Cancer of the bladder may not get as much attention as other cancers, but that doesn’t mean it isn’t important. About 70,000 Americans are diagnosed with bladder cancer each year—nearly four percent of men, and more than one percent of women, will get bladder cancer in their lives, most likely after age 55. There are about 15,000 deaths from bladder cancer each year in the United States.
Perhaps surprisingly, the biggest single risk factor for bladder cancer is smoking. The connection may not seem clear, but the toxins in cigarette smoke are filtered out of the bloodstream by the kidneys and go into urine, where they affect the tissue in the bladder. Quitting smoking will lower your risk of bladder cancer; smokers are three times as likely to develop bladder cancer than the general population.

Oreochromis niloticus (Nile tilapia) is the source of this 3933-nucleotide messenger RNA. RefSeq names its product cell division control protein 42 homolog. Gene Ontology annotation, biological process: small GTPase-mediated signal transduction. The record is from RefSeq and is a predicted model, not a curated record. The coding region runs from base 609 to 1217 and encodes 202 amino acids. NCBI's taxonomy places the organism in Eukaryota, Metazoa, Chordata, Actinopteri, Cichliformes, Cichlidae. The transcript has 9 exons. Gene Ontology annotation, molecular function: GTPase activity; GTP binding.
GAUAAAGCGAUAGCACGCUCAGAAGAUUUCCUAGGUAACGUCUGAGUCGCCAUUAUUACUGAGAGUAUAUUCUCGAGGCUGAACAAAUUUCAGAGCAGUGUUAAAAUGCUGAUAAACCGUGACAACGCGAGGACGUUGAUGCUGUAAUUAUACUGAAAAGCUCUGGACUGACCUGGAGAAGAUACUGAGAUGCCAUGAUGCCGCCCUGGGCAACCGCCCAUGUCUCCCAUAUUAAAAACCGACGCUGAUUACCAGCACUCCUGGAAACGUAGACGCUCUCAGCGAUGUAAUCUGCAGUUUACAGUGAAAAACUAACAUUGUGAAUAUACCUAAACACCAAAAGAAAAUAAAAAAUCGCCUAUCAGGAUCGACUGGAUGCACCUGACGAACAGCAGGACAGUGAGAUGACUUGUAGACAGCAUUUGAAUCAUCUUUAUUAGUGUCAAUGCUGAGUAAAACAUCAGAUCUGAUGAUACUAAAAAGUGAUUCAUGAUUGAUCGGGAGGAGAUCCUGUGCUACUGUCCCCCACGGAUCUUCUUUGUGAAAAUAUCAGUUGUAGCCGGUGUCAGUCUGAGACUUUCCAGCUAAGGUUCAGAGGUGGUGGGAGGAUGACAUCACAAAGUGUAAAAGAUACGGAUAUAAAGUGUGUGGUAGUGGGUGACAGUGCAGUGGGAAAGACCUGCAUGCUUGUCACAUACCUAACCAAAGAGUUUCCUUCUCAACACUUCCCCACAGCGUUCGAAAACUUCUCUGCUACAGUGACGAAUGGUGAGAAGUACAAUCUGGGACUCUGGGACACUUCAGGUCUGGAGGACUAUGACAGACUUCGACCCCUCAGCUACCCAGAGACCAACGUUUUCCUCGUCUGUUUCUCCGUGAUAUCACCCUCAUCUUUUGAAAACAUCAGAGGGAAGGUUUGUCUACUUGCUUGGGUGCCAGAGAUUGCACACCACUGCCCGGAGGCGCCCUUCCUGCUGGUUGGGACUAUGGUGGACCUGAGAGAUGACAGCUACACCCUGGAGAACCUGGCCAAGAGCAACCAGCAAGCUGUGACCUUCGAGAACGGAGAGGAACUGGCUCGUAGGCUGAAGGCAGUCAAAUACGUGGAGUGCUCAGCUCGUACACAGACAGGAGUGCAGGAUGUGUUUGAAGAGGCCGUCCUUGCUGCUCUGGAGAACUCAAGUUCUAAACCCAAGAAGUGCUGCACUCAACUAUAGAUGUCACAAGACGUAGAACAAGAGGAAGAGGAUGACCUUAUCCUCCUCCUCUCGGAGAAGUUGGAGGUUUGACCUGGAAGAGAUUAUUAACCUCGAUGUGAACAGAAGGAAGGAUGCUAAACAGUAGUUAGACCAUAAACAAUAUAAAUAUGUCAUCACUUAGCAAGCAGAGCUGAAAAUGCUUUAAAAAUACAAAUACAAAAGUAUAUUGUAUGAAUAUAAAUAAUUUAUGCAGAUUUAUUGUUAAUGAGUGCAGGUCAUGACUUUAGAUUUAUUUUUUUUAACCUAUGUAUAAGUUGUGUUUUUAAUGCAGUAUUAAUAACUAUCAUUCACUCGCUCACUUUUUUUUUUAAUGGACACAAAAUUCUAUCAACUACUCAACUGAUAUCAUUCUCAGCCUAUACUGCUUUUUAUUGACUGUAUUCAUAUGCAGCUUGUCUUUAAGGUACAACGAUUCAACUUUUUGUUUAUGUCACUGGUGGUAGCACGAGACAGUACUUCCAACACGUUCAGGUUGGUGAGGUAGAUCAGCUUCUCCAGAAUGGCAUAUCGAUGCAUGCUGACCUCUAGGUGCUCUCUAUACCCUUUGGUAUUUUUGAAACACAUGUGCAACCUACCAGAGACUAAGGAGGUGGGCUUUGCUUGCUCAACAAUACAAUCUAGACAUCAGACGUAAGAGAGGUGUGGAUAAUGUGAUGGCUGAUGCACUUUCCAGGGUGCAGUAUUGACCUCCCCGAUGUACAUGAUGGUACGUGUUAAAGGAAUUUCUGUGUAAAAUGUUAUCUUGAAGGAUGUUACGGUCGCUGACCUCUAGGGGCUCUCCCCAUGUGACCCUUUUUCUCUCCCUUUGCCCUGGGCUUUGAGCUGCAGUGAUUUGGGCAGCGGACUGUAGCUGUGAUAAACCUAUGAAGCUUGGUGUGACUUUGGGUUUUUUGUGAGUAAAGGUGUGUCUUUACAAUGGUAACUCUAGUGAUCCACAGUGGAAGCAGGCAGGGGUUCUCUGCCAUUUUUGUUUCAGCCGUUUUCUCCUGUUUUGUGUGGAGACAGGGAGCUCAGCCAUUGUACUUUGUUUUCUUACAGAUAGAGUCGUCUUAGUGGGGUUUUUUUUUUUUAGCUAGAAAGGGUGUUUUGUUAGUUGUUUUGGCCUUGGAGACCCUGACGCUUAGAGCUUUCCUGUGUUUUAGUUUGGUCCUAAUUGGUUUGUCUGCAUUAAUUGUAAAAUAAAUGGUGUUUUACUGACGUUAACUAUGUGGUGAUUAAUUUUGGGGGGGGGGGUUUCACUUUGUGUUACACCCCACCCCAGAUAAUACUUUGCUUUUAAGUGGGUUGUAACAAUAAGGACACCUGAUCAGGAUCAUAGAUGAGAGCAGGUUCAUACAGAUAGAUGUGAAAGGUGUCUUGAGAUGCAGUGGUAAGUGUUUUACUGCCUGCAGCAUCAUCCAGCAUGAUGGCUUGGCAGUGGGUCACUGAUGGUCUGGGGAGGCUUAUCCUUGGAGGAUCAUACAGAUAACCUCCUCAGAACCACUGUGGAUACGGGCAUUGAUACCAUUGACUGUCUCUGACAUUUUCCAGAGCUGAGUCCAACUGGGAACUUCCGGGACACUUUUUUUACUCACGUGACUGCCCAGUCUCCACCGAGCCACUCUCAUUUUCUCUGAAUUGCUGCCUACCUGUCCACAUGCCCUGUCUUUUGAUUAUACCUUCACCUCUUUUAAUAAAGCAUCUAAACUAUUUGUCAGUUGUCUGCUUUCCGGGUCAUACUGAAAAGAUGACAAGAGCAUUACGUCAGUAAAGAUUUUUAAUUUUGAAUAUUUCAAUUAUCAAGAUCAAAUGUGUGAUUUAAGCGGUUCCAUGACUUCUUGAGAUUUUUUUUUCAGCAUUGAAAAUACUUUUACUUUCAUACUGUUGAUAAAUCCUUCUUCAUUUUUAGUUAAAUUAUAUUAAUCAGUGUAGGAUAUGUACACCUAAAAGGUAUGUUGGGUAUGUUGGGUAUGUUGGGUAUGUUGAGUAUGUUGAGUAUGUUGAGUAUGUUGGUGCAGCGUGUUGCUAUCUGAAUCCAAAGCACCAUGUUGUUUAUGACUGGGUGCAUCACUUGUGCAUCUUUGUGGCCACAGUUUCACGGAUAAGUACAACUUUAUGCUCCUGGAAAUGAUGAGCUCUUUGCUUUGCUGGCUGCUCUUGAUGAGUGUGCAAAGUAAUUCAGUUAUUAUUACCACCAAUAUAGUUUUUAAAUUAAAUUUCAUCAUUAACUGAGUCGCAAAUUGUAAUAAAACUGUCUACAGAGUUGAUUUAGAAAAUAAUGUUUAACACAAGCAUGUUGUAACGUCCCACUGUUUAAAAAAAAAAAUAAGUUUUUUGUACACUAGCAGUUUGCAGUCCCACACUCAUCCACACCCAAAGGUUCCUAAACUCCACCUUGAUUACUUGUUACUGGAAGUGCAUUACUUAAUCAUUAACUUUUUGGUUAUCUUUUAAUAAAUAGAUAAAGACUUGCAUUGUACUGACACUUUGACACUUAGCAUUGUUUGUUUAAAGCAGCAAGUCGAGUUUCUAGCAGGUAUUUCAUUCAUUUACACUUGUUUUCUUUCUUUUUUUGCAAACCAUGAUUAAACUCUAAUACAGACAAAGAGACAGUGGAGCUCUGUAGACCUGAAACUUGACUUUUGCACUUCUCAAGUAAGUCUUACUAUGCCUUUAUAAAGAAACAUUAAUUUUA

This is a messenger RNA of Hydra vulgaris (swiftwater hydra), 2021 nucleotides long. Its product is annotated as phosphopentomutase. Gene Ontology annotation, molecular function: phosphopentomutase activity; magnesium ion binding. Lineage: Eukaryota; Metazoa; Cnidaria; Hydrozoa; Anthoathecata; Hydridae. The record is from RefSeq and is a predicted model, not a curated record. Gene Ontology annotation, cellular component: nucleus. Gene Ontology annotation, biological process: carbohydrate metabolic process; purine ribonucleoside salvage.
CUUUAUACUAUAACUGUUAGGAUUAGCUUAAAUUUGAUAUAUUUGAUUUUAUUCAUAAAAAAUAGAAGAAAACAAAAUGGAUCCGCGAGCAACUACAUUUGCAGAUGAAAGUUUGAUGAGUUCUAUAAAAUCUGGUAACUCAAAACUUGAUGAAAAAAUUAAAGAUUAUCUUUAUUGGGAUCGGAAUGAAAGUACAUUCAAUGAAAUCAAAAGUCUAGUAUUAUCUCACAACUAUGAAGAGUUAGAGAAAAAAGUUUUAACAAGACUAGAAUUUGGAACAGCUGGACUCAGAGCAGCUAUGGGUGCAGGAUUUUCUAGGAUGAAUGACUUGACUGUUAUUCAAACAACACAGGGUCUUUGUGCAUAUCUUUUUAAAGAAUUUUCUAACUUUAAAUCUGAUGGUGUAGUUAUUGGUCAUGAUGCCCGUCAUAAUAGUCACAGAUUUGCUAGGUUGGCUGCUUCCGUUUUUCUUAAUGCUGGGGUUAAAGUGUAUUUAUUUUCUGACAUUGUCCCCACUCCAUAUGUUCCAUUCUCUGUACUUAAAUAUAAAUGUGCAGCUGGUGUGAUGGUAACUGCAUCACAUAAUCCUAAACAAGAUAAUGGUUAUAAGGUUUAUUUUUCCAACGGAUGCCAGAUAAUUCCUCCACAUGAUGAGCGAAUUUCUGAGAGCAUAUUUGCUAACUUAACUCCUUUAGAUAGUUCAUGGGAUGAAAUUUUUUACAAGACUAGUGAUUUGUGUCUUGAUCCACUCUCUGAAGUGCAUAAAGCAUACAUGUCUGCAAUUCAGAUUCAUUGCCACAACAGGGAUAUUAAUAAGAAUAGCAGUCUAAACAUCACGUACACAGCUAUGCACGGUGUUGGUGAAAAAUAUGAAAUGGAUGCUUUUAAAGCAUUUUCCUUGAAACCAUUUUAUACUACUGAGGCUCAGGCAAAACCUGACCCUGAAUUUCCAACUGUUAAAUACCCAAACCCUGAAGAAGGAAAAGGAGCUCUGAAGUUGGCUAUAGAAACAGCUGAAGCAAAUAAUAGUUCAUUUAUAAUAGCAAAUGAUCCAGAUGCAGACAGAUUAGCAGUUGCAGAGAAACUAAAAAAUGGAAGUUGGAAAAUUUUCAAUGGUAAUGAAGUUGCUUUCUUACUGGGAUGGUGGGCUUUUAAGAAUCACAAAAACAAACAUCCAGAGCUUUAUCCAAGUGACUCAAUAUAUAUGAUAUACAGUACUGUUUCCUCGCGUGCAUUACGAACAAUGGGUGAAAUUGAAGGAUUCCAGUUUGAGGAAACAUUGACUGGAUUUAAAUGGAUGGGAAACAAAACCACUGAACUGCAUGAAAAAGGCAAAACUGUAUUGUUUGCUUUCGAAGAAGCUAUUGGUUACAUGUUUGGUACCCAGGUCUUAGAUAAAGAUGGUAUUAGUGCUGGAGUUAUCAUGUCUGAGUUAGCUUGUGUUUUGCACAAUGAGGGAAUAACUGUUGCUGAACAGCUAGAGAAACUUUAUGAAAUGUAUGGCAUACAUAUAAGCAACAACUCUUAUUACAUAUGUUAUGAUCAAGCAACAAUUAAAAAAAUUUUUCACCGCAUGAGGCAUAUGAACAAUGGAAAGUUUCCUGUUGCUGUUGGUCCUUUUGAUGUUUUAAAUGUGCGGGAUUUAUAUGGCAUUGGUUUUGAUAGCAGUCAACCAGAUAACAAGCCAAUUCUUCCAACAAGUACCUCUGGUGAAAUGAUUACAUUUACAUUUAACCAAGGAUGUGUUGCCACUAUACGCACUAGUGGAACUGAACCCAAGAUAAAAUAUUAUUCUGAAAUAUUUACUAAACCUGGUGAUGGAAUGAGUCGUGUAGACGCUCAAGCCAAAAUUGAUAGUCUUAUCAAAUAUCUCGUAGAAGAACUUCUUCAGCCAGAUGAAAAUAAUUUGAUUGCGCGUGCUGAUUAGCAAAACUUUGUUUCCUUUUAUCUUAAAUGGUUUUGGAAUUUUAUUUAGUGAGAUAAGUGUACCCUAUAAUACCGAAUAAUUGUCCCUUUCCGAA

Dehydration due to not drinking enough fluids during the day is also associated with bladder cancer. Other risk factors are not really things a person can control. Chronic bladder irritation can lead to cancer developing. Chemical exposure, such as in the workplace, can also be a contributing factor in the same way as smoking. Certain birth defects involving the bladder also raise cancer risk.
In addition, as with many forms of cancer, there is a genetic predisposition to develop the disease, meaning that people with a family history of cancer should be particularly vigilant. In fact, more than seven in 10 people with bladder cancer have a mutation in the same gene, one that is associated with aging. This gives doctors trying to predict who is at risk—and should therefore take extra precautions—something to look for.
In the early stages, bladder cancer can usually be addressed surgically, removing the tumor with lasers or a wire loop. In severe cases, the entire bladder may need to be removed. Chemotherapy and radiation therapy are also used when surgery may not be practical. A recent study found that syrup of ipecac, used in the now-obsolete practice of inducing vomiting in people who had been poisoned, can help inhibit the growth of bladder cancer cells when combined with chemotherapy.